Constipation is a common condition, and it can have a variety of impacts on health including raising an individuals’ risk of cardiovascular disease, potentially through effects caused by gut bacteria.
“Our findings highlight the plausible link between the gut and the kidneys and provide additional insights into the pathogenesis of kidney disease progression,” said Csaba Kovesdy from University of Tennessee, US.
The study showed that individuals with constipation had a 13 per cent higher likelihood of developing chronic kidney disease and nine per cent higher likelihood of developing kidney failure, compared with those without constipation.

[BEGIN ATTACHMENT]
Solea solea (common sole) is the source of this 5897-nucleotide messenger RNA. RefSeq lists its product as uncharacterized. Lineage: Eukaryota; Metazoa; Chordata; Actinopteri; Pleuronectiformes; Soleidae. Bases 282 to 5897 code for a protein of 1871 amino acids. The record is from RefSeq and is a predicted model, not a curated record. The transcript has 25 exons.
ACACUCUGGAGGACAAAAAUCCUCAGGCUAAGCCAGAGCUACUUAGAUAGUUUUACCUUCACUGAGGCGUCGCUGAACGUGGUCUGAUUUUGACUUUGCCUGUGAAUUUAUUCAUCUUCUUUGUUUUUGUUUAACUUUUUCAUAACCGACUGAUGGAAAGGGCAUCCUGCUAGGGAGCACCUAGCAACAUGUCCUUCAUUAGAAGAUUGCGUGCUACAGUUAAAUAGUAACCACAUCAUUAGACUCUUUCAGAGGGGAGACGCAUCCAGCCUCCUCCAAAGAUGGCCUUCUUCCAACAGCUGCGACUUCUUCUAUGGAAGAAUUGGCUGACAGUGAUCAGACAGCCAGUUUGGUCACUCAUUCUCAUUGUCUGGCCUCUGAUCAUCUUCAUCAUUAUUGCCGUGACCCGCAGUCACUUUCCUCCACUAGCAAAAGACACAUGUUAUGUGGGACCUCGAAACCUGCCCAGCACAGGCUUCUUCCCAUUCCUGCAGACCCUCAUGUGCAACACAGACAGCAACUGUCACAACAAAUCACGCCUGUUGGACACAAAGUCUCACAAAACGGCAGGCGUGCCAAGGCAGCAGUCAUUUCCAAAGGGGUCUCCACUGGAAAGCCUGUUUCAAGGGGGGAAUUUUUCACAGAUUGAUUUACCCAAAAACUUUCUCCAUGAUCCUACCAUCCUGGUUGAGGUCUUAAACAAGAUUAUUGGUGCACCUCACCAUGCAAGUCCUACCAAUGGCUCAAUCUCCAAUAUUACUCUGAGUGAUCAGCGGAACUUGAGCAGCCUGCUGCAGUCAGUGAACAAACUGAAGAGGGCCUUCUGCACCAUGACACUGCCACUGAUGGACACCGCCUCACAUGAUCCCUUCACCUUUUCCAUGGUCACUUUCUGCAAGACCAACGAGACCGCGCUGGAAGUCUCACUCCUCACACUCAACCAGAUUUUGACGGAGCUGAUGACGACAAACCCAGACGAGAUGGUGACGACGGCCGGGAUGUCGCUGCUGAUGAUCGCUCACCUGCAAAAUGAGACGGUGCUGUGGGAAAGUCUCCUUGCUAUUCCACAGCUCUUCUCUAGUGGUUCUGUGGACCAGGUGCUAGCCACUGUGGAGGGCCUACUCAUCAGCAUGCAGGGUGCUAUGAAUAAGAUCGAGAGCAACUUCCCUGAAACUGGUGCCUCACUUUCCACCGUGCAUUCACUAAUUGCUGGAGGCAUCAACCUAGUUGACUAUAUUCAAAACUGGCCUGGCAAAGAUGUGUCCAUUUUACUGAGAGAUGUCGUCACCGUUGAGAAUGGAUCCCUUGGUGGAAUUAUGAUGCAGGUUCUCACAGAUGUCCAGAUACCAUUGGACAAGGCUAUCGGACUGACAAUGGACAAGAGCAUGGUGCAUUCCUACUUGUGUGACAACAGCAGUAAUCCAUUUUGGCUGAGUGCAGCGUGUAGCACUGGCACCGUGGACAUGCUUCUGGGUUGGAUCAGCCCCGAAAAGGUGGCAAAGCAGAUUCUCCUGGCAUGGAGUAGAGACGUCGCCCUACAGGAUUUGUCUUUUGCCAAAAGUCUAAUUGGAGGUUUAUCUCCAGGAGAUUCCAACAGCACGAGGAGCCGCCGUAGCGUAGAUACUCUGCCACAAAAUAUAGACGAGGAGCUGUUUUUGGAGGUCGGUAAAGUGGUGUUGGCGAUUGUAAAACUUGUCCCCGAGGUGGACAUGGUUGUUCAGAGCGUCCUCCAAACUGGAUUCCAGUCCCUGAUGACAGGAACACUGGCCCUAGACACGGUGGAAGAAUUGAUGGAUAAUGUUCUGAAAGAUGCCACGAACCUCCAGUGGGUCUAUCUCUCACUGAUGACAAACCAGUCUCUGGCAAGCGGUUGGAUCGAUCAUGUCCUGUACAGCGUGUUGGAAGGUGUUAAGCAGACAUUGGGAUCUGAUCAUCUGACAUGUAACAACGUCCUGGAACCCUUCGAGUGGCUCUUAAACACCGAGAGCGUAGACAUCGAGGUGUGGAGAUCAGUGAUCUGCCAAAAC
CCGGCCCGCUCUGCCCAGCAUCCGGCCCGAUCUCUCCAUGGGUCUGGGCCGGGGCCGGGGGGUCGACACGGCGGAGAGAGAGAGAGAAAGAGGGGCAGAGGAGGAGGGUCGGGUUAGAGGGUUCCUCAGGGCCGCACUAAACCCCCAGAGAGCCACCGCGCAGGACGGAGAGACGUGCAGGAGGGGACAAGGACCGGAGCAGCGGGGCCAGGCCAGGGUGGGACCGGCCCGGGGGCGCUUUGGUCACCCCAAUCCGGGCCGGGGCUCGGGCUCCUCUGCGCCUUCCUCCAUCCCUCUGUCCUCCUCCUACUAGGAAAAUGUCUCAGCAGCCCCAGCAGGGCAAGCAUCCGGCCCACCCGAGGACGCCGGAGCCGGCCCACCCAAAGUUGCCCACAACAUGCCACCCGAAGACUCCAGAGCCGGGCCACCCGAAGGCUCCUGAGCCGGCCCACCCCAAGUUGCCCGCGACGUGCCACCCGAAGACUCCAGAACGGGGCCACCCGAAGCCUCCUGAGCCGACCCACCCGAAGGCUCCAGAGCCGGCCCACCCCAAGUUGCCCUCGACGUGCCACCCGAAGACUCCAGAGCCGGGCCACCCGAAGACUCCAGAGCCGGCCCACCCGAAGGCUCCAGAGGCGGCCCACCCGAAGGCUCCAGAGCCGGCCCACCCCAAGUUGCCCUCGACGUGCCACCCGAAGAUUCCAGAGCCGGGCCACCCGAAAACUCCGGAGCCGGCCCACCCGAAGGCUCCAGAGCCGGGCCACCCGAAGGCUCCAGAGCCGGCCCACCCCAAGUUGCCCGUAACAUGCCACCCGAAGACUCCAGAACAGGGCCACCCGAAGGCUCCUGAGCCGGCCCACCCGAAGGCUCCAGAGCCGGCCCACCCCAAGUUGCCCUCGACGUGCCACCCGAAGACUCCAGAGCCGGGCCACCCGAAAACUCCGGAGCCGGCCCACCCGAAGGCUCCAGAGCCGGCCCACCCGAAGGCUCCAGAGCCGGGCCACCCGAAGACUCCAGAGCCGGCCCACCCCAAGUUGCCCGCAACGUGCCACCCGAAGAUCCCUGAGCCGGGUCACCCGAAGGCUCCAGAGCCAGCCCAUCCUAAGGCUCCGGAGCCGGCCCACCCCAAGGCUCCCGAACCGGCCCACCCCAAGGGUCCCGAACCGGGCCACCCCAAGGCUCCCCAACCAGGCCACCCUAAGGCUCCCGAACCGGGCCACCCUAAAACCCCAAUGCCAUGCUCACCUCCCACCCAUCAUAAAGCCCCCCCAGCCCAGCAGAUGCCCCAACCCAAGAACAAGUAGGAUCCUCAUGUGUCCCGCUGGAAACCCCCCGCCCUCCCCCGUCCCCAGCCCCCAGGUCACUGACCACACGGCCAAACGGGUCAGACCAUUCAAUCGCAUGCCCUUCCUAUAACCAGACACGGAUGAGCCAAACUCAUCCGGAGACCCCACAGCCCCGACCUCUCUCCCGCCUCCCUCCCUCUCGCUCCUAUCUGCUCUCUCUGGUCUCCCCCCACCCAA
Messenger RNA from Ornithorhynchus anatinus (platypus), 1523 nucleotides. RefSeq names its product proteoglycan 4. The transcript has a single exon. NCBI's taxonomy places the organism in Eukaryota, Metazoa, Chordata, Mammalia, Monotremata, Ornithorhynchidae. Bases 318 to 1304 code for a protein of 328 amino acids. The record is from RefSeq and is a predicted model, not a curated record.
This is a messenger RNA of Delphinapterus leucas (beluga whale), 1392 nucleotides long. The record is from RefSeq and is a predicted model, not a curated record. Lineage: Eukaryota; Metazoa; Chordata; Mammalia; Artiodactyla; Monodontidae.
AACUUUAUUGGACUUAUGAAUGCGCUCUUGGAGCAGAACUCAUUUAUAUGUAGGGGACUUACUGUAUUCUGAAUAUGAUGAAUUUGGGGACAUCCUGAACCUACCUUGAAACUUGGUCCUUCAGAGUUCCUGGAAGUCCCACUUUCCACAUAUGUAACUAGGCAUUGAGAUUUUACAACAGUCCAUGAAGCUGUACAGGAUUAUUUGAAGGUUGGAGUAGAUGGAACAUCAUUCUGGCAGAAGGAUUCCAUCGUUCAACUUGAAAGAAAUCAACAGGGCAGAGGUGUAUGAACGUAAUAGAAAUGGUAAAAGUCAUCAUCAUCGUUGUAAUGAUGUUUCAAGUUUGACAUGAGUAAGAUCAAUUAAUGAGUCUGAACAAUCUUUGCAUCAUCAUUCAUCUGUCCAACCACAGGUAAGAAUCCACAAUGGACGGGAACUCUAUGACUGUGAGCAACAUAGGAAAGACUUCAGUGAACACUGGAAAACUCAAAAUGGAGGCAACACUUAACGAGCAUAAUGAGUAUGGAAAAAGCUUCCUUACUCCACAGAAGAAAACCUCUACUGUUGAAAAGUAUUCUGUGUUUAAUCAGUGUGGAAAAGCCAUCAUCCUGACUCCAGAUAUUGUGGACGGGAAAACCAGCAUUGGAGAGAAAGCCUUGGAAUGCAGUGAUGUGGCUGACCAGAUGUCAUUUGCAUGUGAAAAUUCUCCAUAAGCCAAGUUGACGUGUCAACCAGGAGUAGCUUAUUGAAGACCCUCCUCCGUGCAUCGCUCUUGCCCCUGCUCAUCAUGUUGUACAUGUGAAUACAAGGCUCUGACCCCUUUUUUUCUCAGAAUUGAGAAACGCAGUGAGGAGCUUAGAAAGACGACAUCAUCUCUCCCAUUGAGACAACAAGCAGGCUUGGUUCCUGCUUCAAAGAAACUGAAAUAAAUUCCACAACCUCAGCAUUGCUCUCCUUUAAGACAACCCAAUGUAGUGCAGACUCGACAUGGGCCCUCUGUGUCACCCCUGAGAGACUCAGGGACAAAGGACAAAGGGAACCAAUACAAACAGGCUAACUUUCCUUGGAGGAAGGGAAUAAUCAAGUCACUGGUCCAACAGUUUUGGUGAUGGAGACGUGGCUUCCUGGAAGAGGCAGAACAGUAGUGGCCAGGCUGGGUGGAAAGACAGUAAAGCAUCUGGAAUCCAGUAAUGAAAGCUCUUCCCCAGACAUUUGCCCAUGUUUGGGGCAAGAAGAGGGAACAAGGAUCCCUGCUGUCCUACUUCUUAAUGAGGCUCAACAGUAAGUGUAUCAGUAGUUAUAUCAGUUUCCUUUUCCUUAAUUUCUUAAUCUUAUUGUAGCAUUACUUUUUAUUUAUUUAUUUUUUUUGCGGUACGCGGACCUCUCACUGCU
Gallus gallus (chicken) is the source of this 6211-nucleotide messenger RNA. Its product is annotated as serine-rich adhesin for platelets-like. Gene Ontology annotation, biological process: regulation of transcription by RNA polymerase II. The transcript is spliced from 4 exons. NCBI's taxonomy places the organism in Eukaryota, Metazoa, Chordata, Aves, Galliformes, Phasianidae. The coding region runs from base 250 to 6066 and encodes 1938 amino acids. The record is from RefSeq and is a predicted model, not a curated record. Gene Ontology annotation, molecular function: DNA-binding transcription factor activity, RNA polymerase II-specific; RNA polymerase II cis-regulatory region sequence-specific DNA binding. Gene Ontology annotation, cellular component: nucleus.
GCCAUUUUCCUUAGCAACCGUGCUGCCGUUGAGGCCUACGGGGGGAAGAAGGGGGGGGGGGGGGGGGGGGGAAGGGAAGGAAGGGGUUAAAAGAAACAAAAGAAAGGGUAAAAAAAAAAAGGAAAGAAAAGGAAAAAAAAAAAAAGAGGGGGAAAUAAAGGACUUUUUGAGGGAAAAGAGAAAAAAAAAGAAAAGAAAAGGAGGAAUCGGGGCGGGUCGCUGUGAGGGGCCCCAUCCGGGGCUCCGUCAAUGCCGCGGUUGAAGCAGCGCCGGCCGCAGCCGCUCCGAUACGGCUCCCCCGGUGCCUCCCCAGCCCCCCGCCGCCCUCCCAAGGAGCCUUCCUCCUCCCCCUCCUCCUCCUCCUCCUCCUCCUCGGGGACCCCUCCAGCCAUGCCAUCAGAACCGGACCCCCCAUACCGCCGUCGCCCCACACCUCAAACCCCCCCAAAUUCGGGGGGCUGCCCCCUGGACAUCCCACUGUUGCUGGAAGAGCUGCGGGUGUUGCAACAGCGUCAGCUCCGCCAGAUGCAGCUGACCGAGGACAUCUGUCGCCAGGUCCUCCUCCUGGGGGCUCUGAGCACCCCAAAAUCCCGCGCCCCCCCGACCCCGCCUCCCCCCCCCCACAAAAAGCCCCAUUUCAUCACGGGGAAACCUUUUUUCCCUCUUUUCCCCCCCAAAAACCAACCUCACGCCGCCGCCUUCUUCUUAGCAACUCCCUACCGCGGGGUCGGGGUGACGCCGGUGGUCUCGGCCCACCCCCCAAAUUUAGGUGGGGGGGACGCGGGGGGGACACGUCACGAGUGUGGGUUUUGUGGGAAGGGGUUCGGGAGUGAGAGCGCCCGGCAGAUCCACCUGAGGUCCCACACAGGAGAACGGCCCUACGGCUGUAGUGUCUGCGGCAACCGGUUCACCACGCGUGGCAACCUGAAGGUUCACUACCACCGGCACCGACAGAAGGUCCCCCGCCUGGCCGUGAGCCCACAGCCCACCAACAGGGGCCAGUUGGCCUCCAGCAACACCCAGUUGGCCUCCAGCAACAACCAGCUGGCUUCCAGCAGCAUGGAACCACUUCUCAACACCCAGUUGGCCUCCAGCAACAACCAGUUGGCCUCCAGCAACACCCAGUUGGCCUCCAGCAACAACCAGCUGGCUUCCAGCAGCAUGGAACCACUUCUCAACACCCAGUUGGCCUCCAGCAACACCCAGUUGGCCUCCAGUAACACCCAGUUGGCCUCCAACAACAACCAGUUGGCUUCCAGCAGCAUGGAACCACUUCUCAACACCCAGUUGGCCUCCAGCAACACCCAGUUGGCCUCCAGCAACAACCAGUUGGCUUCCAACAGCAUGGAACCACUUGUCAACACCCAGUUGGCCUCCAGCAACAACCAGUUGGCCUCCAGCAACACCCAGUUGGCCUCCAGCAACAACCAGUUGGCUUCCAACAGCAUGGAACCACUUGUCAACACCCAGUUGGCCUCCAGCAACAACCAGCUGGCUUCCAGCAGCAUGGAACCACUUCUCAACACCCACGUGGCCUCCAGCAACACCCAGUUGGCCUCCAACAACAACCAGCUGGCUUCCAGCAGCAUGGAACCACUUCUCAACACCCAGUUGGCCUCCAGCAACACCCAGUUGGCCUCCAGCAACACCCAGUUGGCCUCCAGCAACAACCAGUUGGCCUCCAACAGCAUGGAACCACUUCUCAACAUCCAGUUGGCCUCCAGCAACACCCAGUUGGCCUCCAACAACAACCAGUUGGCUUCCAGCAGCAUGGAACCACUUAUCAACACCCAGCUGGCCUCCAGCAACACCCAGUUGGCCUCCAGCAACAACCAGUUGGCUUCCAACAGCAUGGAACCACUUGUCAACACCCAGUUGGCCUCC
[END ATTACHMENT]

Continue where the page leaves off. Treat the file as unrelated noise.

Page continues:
More severe constipation was linked with an incrementally higher risk for both chronic kidney disease and kidney failure.
For the study, the team examined more than 3.5 million US veterans with normal kidney function who were initially examined in 2004 and 2006 and were followed through 2013.
Patients’ can protect their kidney health by lifestyle modifications and/or use of probiotics, the researchers suggested, adding that the diagnosis and management of constipation might be helpful for preventing or treating kidney disease.
“The study suggests the need for careful observation of kidney function trajectory in patients with constipation, particularly among those with more severe constipation,” Kovesdy noted.
The research appears in an upcoming issue of the Journal of the American Society of Nephrology (JASN),